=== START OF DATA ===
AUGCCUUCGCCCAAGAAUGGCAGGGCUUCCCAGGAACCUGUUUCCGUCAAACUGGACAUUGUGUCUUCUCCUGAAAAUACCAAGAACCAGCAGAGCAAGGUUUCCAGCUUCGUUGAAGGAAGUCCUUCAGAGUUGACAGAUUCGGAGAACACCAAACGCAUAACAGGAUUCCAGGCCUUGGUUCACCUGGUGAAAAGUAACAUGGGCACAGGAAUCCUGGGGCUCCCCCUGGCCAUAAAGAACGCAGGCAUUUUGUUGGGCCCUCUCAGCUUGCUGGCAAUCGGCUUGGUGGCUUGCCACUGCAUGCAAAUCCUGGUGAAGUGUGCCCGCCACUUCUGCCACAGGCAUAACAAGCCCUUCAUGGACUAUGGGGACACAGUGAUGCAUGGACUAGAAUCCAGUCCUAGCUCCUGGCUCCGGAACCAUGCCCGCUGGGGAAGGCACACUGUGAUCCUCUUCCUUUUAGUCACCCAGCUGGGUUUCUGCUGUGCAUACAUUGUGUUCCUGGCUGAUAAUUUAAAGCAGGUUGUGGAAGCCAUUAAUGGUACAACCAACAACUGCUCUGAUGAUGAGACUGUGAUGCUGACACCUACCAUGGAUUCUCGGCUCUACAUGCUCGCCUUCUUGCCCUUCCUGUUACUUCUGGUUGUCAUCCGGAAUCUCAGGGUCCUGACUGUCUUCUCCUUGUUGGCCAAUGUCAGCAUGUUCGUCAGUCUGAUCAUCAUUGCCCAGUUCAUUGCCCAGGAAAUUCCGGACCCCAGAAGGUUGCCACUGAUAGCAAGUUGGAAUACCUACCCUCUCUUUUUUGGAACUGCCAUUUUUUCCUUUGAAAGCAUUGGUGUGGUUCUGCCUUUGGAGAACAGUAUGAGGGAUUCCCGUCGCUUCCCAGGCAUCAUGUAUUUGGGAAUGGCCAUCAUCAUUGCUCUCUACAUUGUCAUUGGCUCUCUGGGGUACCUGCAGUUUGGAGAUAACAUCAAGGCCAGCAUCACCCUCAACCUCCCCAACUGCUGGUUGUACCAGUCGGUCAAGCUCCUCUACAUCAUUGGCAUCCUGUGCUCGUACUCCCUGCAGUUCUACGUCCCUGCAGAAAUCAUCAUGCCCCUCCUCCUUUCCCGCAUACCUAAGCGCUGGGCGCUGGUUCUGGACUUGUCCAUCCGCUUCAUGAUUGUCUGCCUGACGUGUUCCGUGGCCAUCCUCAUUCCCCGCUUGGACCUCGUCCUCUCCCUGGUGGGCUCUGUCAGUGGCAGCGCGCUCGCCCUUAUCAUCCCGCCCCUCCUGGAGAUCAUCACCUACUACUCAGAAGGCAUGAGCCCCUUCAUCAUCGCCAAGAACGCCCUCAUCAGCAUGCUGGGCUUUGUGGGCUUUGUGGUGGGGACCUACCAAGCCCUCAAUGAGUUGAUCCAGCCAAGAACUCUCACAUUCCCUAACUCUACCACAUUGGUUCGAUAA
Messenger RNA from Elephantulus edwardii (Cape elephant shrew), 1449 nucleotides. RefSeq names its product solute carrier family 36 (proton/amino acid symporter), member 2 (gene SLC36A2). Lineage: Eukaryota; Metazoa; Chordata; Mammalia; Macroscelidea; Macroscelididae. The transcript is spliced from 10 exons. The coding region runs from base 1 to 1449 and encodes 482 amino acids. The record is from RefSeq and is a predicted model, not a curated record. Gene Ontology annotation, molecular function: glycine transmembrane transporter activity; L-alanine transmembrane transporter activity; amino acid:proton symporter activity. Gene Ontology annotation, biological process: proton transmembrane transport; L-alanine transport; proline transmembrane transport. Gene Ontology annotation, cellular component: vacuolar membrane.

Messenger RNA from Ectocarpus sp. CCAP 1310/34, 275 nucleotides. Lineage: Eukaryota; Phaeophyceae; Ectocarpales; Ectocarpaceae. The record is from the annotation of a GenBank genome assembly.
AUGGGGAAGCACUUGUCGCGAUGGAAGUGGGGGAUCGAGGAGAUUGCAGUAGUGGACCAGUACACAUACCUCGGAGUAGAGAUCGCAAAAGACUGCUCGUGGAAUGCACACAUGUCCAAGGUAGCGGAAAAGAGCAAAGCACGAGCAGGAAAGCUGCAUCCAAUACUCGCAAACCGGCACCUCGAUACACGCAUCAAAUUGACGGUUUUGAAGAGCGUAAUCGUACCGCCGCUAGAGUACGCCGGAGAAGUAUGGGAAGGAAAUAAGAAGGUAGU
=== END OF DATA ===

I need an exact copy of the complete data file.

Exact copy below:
AUGCCUUCGCCCAAGAAUGGCAGGGCUUCCCAGGAACCUGUUUCCGUCAAACUGGACAUUGUGUCUUCUCCUGAAAAUACCAAGAACCAGCAGAGCAAGGUUUCCAGCUUCGUUGAAGGAAGUCCUUCAGAGUUGACAGAUUCGGAGAACACCAAACGCAUAACAGGAUUCCAGGCCUUGGUUCACCUGGUGAAAAGUAACAUGGGCACAGGAAUCCUGGGGCUCCCCCUGGCCAUAAAGAACGCAGGCAUUUUGUUGGGCCCUCUCAGCUUGCUGGCAAUCGGCUUGGUGGCUUGCCACUGCAUGCAAAUCCUGGUGAAGUGUGCCCGCCACUUCUGCCACAGGCAUAACAAGCCCUUCAUGGACUAUGGGGACACAGUGAUGCAUGGACUAGAAUCCAGUCCUAGCUCCUGGCUCCGGAACCAUGCCCGCUGGGGAAGGCACACUGUGAUCCUCUUCCUUUUAGUCACCCAGCUGGGUUUCUGCUGUGCAUACAUUGUGUUCCUGGCUGAUAAUUUAAAGCAGGUUGUGGAAGCCAUUAAUGGUACAACCAACAACUGCUCUGAUGAUGAGACUGUGAUGCUGACACCUACCAUGGAUUCUCGGCUCUACAUGCUCGCCUUCUUGCCCUUCCUGUUACUUCUGGUUGUCAUCCGGAAUCUCAGGGUCCUGACUGUCUUCUCCUUGUUGGCCAAUGUCAGCAUGUUCGUCAGUCUGAUCAUCAUUGCCCAGUUCAUUGCCCAGGAAAUUCCGGACCCCAGAAGGUUGCCACUGAUAGCAAGUUGGAAUACCUACCCUCUCUUUUUUGGAACUGCCAUUUUUUCCUUUGAAAGCAUUGGUGUGGUUCUGCCUUUGGAGAACAGUAUGAGGGAUUCCCGUCGCUUCCCAGGCAUCAUGUAUUUGGGAAUGGCCAUCAUCAUUGCUCUCUACAUUGUCAUUGGCUCUCUGGGGUACCUGCAGUUUGGAGAUAACAUCAAGGCCAGCAUCACCCUCAACCUCCCCAACUGCUGGUUGUACCAGUCGGUCAAGCUCCUCUACAUCAUUGGCAUCCUGUGCUCGUACUCCCUGCAGUUCUACGUCCCUGCAGAAAUCAUCAUGCCCCUCCUCCUUUCCCGCAUACCUAAGCGCUGGGCGCUGGUUCUGGACUUGUCCAUCCGCUUCAUGAUUGUCUGCCUGACGUGUUCCGUGGCCAUCCUCAUUCCCCGCUUGGACCUCGUCCUCUCCCUGGUGGGCUCUGUCAGUGGCAGCGCGCUCGCCCUUAUCAUCCCGCCCCUCCUGGAGAUCAUCACCUACUACUCAGAAGGCAUGAGCCCCUUCAUCAUCGCCAAGAACGCCCUCAUCAGCAUGCUGGGCUUUGUGGGCUUUGUGGUGGGGACCUACCAAGCCCUCAAUGAGUUGAUCCAGCCAAGAACUCUCACAUUCCCUAACUCUACCACAUUGGUUCGAUAA
Messenger RNA from Elephantulus edwardii (Cape elephant shrew), 1449 nucleotides. RefSeq names its product solute carrier family 36 (proton/amino acid symporter), member 2 (gene SLC36A2). Lineage: Eukaryota; Metazoa; Chordata; Mammalia; Macroscelidea; Macroscelididae. The transcript is spliced from 10 exons. The coding region runs from base 1 to 1449 and encodes 482 amino acids. The record is from RefSeq and is a predicted model, not a curated record. Gene Ontology annotation, molecular function: glycine transmembrane transporter activity; L-alanine transmembrane transporter activity; amino acid:proton symporter activity. Gene Ontology annotation, biological process: proton transmembrane transport; L-alanine transport; proline transmembrane transport. Gene Ontology annotation, cellular component: vacuolar membrane.

Messenger RNA from Ectocarpus sp. CCAP 1310/34, 275 nucleotides. Lineage: Eukaryota; Phaeophyceae; Ectocarpales; Ectocarpaceae. The record is from the annotation of a GenBank genome assembly.
AUGGGGAAGCACUUGUCGCGAUGGAAGUGGGGGAUCGAGGAGAUUGCAGUAGUGGACCAGUACACAUACCUCGGAGUAGAGAUCGCAAAAGACUGCUCGUGGAAUGCACACAUGUCCAAGGUAGCGGAAAAGAGCAAAGCACGAGCAGGAAAGCUGCAUCCAAUACUCGCAAACCGGCACCUCGAUACACGCAUCAAAUUGACGGUUUUGAAGAGCGUAAUCGUACCGCCGCUAGAGUACGCCGGAGAAGUAUGGGAAGGAAAUAAGAAGGUAGU